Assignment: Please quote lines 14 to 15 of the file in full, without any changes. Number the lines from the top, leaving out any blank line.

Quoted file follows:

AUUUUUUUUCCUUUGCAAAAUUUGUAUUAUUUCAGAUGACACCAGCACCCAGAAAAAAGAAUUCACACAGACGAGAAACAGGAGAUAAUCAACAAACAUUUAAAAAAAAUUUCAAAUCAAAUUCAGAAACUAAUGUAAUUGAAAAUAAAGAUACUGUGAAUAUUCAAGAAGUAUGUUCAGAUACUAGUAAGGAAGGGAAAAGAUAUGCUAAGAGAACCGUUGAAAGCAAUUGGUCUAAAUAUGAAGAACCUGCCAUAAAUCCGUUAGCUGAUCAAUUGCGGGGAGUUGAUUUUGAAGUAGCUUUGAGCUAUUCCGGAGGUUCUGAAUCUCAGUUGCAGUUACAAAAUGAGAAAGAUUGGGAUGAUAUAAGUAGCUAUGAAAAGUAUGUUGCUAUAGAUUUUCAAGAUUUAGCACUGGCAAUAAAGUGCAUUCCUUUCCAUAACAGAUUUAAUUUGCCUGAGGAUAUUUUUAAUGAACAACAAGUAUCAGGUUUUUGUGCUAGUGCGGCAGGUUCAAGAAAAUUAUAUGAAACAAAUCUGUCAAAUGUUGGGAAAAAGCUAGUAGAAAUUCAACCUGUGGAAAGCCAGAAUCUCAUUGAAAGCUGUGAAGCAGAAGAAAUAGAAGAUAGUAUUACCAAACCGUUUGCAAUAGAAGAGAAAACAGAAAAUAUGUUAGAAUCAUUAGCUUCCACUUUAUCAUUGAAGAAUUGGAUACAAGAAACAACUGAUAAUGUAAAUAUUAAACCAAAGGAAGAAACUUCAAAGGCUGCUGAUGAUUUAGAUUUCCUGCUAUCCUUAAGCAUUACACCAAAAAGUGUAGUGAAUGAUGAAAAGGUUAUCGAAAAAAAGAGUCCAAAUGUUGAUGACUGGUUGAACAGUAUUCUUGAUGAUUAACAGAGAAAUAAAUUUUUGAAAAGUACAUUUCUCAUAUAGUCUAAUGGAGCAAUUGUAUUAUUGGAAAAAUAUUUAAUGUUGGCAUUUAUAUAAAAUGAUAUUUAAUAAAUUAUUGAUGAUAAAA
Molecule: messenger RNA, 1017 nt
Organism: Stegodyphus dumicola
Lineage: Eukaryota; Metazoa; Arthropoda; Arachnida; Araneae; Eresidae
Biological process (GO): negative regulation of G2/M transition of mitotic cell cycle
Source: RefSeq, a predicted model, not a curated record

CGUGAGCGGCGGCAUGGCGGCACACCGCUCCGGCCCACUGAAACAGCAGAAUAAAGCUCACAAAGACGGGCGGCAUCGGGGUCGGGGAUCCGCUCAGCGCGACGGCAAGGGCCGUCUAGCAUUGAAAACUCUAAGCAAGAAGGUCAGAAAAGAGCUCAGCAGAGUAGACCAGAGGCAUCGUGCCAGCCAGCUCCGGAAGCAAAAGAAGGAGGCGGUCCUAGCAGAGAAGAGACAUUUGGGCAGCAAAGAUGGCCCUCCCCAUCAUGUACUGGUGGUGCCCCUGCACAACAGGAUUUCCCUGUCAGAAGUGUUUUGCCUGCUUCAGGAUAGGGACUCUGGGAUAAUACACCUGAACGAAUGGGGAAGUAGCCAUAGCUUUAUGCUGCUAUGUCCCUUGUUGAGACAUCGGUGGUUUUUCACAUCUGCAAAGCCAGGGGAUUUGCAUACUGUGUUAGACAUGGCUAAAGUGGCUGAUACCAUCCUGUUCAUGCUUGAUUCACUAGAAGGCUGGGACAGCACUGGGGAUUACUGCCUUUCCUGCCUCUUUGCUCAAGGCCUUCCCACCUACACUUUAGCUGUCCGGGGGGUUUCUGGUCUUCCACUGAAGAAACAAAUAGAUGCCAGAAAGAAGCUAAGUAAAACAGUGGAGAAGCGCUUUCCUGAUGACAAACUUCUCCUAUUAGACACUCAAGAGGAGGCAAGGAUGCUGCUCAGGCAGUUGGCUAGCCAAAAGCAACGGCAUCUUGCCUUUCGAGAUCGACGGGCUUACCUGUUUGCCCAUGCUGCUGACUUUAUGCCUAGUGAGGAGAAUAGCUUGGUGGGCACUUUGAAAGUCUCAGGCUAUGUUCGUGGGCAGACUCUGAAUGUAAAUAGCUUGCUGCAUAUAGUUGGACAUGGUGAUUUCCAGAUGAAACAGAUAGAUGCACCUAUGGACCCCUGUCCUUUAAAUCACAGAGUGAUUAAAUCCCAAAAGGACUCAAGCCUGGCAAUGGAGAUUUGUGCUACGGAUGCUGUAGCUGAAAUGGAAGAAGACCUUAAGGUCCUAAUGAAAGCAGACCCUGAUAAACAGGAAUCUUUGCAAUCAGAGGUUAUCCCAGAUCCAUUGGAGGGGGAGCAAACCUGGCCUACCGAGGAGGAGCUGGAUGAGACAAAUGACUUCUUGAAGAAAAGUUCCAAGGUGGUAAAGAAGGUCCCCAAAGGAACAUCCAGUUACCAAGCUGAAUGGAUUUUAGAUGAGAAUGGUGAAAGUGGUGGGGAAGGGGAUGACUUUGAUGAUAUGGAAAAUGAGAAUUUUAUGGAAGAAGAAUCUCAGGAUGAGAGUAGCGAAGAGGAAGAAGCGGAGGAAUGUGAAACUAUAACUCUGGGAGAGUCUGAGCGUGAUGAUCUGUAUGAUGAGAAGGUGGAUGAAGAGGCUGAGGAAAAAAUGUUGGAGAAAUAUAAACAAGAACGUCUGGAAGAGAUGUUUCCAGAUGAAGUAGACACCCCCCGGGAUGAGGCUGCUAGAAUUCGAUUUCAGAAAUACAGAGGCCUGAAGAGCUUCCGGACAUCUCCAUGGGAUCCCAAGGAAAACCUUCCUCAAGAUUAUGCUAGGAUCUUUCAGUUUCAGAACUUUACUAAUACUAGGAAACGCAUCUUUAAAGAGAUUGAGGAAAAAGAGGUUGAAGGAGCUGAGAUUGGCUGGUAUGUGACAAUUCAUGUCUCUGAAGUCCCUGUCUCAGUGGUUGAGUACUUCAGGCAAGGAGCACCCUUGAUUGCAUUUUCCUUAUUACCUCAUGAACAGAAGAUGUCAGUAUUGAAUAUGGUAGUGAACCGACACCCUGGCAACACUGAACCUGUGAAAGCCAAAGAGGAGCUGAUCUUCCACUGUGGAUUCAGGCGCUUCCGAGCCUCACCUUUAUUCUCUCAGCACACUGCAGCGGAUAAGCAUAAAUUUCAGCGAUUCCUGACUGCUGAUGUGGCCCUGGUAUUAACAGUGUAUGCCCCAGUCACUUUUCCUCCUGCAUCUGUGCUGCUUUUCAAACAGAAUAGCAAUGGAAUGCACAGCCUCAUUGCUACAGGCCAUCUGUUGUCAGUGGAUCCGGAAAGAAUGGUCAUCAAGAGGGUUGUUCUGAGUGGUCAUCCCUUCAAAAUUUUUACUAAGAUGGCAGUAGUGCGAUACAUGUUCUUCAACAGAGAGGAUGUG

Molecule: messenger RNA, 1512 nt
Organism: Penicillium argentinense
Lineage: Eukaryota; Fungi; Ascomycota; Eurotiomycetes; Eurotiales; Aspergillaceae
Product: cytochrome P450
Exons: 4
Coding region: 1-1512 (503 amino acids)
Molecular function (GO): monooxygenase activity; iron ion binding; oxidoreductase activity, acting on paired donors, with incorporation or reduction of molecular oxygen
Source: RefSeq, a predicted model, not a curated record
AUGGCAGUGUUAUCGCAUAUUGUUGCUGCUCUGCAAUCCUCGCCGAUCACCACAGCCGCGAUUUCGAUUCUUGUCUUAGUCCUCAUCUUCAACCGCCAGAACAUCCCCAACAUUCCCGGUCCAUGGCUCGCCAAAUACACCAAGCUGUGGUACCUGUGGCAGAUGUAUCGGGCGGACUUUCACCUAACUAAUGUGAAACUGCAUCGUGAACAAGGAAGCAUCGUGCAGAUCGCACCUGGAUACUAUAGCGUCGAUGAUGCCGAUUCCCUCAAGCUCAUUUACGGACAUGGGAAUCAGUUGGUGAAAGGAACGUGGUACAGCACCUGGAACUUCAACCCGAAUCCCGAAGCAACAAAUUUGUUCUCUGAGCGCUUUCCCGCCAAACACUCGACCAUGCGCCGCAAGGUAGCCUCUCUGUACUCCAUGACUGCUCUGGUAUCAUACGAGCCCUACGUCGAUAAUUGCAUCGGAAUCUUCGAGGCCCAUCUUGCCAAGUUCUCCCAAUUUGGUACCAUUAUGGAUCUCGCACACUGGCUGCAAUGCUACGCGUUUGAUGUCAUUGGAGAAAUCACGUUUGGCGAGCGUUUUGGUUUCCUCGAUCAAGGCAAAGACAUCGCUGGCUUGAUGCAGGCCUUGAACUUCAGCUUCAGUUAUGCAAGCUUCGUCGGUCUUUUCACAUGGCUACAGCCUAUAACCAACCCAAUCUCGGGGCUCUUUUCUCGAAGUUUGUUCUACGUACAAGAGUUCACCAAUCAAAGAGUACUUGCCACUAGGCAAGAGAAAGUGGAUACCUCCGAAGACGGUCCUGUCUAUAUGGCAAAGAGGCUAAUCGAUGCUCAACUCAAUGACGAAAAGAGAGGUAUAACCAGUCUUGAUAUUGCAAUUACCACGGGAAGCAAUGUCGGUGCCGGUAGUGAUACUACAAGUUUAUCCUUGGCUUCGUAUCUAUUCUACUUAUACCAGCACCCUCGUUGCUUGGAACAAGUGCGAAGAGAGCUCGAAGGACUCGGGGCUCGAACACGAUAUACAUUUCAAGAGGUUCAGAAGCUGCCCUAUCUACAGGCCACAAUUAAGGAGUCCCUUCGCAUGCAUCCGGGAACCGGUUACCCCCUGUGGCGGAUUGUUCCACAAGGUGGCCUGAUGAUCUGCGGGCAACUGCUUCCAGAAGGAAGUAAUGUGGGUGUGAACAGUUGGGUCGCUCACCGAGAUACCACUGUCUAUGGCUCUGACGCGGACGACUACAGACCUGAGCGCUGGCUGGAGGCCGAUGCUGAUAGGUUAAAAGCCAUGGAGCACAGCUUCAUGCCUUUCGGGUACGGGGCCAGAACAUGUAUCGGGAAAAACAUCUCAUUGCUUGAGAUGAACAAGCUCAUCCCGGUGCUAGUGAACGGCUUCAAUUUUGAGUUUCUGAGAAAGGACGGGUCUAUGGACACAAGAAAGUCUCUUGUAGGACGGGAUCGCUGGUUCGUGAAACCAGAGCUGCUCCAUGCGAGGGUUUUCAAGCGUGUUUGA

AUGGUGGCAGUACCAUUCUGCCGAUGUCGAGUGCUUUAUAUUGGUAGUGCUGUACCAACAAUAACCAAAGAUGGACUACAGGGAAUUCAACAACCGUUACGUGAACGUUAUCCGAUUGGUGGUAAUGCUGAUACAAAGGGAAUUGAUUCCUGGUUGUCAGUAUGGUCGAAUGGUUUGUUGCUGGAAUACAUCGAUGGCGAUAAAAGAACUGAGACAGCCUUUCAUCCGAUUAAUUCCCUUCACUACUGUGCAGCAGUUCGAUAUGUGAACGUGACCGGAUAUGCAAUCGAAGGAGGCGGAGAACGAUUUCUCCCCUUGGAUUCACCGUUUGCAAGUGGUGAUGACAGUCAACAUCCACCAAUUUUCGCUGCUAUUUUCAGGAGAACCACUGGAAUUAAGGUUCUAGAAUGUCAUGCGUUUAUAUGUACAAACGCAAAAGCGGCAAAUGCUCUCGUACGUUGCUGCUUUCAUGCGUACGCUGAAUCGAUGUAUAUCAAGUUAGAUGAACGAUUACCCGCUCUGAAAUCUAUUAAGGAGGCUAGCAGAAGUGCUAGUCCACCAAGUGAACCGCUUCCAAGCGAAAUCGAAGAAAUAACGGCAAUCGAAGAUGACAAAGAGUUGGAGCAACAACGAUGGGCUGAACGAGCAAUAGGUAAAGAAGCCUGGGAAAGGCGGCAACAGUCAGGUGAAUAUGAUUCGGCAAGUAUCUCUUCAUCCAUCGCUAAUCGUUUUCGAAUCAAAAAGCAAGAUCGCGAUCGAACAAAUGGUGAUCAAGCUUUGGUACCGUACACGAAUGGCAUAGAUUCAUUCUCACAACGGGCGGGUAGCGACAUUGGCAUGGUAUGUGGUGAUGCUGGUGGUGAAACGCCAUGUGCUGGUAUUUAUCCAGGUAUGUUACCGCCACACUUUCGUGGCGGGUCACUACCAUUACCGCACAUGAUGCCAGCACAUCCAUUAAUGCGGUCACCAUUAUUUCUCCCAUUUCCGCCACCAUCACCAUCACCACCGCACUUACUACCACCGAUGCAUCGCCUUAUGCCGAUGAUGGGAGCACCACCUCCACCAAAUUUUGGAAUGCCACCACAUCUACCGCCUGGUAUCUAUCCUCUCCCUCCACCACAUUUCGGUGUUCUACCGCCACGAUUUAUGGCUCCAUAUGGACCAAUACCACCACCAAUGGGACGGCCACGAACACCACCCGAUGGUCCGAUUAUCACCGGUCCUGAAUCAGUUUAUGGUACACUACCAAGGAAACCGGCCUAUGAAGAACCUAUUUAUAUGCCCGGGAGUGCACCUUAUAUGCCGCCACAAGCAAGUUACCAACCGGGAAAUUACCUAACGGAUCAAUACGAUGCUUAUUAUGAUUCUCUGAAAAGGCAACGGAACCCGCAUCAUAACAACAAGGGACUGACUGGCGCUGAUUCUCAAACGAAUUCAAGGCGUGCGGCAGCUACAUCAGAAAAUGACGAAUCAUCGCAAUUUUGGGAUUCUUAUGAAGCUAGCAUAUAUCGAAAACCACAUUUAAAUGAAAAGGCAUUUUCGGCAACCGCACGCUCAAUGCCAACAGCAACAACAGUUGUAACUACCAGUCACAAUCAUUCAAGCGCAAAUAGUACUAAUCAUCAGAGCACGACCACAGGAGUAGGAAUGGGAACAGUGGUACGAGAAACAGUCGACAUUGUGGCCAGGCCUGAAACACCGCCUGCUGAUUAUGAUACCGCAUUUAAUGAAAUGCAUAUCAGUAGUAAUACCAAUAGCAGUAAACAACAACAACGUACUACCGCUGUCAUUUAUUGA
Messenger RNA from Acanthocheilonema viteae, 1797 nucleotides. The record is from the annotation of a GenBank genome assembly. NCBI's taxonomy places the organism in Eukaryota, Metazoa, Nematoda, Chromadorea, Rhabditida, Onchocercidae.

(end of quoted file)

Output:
Molecular function (GO): monooxygenase activity; iron ion binding; oxidoreductase activity, acting on paired donors, with incorporation or reduction of molecular oxygen
Source: RefSeq, a predicted model, not a curated record